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HIGH SCHOOL CHESS #19 PDF Print E-mail
Written by Alexey W. Root on Fri, Feb 01 2013 (19:58)

Since the Denton HIgh School students attending this week had not completed Task B from last week, they did so today. Task B: Black pawn on the second rank (vary the file), black king on first rank (in front of black pawn); White K on g5, White Q on g8. White to move and draw or win, depending on what file the black pawn is on.

After students experimented for about 25 minutes, Dr. Root showed the solution. The solution is available in many places, including in the activity "Stalemate Surprise" in Dr. Root's book Science, Math, Checkmate: 32 Chess Activities for Inquiry and Problem Solving. 

 
ST. VINCENT'S CHESS #4 PDF Print E-mail
Written by Alexey W. Root on Thu, Jan 31 2013 (09:41)

January 30, 2013

Queen Day for Beginners (20 minutes)

Explained the Wolf and Sheep Game from Read, Write, Checkmate: Enrich Literacy with Chess Activities. Black queen on d8, White pawns on original squares, White to move. If the pawn promotes (even if captured immediately after) the pawns win. If you are the wolf, you can say "yum" and rub your tummy when you take a pawn. If you are the sheep, remember to say “baah” if your pawn promotes!

Practice: Played Wolf and Sheep with partners.

Voted whether the wolf should win or the sheep should win, both before and after the exercise, and told to practice it at home. Pointed out that a queen is worth 9 pawns. Value is based on mobility. The queen (wolf) should indeed be able to win against the sheep with correct play.

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HIGH SCHOOL CHESS #18 PDF Print E-mail
Written by Alexey W. Root on Fri, Jan 25 2013 (20:14)

Dr. Root had the following on the dry erase board today for Denton High School chess club students.

Notate your answers for 1-3 and play out Task A and/or Task B.

1)Using a black king and a white queen, create 8 positions where Black (to move) is stalemated.

2)Using a black king [not on any of the same squares as in 1)], white queen, and white king, create 6 positions where Black (to move) is stalemated.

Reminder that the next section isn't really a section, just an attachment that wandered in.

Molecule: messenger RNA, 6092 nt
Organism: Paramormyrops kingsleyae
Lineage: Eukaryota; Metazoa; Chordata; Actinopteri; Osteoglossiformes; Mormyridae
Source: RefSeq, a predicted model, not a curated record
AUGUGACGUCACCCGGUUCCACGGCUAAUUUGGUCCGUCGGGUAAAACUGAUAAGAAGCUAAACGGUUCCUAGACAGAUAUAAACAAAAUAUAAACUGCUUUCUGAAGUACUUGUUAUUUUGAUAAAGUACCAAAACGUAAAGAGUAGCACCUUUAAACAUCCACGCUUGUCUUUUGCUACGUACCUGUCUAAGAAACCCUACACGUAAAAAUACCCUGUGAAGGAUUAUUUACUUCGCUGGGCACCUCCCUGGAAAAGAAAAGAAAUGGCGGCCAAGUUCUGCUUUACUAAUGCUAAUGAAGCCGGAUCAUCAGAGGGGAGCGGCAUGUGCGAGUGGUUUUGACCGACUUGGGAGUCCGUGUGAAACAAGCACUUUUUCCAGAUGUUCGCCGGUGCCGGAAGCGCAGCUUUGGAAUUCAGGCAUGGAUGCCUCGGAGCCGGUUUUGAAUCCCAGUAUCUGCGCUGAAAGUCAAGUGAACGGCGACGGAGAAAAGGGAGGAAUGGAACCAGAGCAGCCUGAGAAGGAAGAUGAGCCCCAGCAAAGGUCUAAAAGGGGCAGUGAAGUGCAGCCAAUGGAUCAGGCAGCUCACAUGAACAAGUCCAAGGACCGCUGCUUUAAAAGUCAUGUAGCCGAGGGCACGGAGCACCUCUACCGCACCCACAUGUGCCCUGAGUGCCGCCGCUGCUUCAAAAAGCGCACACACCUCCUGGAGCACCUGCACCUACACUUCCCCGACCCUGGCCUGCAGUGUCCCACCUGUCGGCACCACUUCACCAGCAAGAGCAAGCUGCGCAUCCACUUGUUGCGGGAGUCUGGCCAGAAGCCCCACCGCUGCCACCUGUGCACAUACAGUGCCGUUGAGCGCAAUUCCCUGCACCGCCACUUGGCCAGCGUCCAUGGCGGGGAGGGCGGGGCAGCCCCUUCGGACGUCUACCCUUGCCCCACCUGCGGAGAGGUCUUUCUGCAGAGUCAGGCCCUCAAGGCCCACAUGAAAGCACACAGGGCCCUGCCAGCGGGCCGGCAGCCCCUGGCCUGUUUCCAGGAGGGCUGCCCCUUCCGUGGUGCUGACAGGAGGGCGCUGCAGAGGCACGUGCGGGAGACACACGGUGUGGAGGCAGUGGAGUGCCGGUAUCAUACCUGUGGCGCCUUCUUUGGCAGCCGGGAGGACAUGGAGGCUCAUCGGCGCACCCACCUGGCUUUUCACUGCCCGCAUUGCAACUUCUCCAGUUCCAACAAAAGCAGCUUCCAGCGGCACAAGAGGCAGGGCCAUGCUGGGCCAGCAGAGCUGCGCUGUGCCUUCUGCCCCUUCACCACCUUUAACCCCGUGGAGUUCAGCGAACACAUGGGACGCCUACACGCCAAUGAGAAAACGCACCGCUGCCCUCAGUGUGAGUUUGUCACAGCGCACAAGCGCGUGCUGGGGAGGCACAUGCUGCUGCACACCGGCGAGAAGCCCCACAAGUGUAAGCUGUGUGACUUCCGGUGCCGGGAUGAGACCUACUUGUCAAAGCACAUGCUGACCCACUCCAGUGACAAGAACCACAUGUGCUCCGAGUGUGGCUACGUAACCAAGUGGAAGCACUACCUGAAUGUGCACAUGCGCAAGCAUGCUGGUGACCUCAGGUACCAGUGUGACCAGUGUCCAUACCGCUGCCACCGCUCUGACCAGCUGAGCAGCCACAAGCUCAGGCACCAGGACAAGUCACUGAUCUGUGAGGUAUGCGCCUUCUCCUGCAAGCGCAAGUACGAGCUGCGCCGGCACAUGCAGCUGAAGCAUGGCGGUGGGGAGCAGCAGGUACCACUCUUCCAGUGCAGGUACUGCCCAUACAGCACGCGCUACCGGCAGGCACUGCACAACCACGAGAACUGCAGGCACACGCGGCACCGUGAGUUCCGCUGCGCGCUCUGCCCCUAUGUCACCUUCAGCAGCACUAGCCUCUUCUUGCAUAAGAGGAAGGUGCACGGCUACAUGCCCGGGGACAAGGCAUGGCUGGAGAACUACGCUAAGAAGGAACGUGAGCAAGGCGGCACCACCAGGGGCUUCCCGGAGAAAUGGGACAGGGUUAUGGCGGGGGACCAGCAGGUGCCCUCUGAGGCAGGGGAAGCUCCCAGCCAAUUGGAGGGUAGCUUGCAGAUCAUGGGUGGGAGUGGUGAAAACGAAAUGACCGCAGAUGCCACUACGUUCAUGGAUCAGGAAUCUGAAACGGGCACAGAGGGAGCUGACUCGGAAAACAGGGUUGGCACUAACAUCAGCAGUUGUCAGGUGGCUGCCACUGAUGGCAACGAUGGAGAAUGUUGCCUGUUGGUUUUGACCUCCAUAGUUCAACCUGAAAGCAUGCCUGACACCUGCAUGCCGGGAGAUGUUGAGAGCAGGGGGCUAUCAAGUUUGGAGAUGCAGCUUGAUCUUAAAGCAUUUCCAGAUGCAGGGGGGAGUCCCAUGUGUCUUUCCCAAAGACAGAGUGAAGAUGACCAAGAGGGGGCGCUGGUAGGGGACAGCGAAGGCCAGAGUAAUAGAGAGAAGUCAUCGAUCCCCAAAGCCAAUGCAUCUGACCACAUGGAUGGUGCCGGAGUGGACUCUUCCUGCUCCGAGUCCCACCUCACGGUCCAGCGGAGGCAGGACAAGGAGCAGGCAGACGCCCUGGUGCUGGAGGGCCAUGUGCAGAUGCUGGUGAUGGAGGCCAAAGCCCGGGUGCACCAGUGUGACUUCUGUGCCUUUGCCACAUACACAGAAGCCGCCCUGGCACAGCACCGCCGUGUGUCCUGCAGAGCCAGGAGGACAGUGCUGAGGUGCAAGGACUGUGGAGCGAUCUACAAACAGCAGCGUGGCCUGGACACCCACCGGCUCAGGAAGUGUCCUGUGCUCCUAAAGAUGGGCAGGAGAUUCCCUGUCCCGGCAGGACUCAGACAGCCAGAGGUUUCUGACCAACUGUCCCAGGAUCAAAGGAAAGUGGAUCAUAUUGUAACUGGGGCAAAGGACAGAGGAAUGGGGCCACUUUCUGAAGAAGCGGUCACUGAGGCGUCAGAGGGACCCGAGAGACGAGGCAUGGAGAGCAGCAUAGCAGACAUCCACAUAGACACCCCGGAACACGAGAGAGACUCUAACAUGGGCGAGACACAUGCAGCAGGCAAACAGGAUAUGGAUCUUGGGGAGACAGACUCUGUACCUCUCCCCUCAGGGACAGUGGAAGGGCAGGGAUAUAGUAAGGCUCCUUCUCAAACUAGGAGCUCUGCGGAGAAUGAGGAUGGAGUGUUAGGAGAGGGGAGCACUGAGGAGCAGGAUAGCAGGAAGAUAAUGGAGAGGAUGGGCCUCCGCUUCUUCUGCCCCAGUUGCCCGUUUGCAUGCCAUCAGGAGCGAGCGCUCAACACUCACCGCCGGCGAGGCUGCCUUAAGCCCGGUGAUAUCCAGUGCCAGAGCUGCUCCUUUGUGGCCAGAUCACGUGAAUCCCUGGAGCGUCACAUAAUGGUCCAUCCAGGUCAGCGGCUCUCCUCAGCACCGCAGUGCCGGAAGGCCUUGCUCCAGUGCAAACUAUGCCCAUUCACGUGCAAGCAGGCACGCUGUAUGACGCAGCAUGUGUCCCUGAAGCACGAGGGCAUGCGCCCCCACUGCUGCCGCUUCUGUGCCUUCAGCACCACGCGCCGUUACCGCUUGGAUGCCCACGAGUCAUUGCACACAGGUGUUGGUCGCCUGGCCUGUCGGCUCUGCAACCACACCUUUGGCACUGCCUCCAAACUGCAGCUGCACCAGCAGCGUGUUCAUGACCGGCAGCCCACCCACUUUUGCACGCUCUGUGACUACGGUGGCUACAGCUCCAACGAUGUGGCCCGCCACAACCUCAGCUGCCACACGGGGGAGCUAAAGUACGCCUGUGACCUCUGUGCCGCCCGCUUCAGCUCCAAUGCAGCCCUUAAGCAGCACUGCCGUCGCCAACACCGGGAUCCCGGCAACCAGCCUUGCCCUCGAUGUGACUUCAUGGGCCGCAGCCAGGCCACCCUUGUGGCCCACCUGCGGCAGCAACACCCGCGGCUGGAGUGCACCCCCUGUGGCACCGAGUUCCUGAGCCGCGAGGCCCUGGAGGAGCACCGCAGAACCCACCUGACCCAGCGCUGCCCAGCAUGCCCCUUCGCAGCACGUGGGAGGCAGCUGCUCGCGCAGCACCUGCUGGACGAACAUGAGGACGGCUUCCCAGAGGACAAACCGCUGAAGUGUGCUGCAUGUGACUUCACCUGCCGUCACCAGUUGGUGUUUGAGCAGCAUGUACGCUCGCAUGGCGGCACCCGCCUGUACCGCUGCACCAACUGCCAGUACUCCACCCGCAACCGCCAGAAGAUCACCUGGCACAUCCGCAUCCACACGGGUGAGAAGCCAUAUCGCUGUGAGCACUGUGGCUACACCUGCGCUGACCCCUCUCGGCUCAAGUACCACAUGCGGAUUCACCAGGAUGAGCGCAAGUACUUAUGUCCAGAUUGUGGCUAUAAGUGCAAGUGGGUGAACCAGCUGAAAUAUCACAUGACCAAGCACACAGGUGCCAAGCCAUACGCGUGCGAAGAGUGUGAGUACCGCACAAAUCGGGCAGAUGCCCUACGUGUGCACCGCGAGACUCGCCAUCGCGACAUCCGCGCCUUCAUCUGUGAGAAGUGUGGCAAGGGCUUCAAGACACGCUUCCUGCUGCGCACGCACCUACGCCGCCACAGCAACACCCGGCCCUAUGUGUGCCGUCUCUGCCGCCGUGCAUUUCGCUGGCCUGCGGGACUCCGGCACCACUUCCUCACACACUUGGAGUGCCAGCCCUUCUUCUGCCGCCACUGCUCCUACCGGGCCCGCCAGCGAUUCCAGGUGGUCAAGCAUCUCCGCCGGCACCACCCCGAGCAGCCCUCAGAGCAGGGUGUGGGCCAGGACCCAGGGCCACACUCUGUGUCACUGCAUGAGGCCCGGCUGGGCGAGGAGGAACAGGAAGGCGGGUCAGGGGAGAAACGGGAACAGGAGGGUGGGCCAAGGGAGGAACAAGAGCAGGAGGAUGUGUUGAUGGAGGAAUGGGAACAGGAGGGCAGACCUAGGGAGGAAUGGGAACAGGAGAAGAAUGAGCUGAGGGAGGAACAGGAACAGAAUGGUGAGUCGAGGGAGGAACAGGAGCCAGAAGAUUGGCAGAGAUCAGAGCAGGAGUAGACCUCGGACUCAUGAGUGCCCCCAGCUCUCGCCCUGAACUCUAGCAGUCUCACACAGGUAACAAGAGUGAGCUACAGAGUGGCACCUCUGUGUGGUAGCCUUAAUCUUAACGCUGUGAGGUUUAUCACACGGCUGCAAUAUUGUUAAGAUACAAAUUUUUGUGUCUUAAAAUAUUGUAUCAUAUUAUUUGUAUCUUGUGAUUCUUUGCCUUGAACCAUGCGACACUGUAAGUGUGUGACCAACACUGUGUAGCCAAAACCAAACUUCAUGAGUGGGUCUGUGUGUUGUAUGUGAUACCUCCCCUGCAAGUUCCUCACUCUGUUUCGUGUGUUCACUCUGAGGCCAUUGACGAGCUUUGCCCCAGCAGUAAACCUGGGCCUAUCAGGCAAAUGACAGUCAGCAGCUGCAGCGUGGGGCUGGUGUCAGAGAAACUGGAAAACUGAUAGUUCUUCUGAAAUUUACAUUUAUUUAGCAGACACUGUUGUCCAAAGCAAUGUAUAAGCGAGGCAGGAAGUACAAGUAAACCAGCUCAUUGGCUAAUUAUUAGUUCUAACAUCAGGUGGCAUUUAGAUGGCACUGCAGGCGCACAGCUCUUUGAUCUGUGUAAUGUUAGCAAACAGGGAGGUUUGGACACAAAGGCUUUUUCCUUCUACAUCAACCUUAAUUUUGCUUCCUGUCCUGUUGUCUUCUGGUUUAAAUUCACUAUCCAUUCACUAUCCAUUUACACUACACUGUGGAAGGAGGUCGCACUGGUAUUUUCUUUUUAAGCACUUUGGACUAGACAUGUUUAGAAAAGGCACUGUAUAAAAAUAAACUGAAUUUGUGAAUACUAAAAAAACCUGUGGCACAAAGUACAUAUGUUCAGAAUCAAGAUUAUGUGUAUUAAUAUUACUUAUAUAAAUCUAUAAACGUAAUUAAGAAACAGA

3)Using a black king, white king, and white queen, create 10 positions where Black (to move) is checkmated.

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ST. VINCENT'S CHESS #3 PDF Print E-mail
Written by Alexey W. Root on Wed, Jan 23 2013 (22:02)

January 23, 2013

Scholar’s Mate for Beginners and Intermediates (two separate classes; 20 minutes for the Beginners and 35 minutes for Intermediates)

How to defend against Scholar’s Mate lesson plan from Read, Write, Checkmate: Enrich Literacy with Chess Activities (chapter 3). Modification for intermediates: Had to notate the moves, 1. e4 e5 2. Bc4 Bc5 3. Qh5 Nc6 4. Qxf7#

Opening Principles for Advanced Players

Game Theory challenge from Thinking with Chess: Teaching Children Ages 5-14. Notation was required. While students are paired up for the game challenge, I tested on K and P vs. K then promote to R (or Q) and win, K and R vs. K, and K and Q vs. K for those who had not yet been tested.

 
HIGH SCHOOL CHESS #17 PDF Print E-mail
Written by Alexey W. Root on Fri, Jan 18 2013 (23:33)
Dr. Alexey Root reviewed what happens when the defending king can occupy the promotion square. That is, she reviewed last week’s lesson of king and pawn versus king draw and the Philidor’s rook ending. This week, students looked at what happens when the defender is driven away from the promotion square. Students tried white pawn e2, white king e4, black king d6, White to move. After students played through this ending on their own, Dr. Root showed what should happen. Then interested students tried the Lucena rook ending and then Dr. Root showed how to “build a bridge.” Other students not interested in the additional Lucena instruction, or who already knew that ending, played for fun.  
 
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Chess Quotes


And for the chess-player the success which crowns his work, the great dispeller of sorrows, is named "combination."

-Emanuel Lasker (1868-1941)



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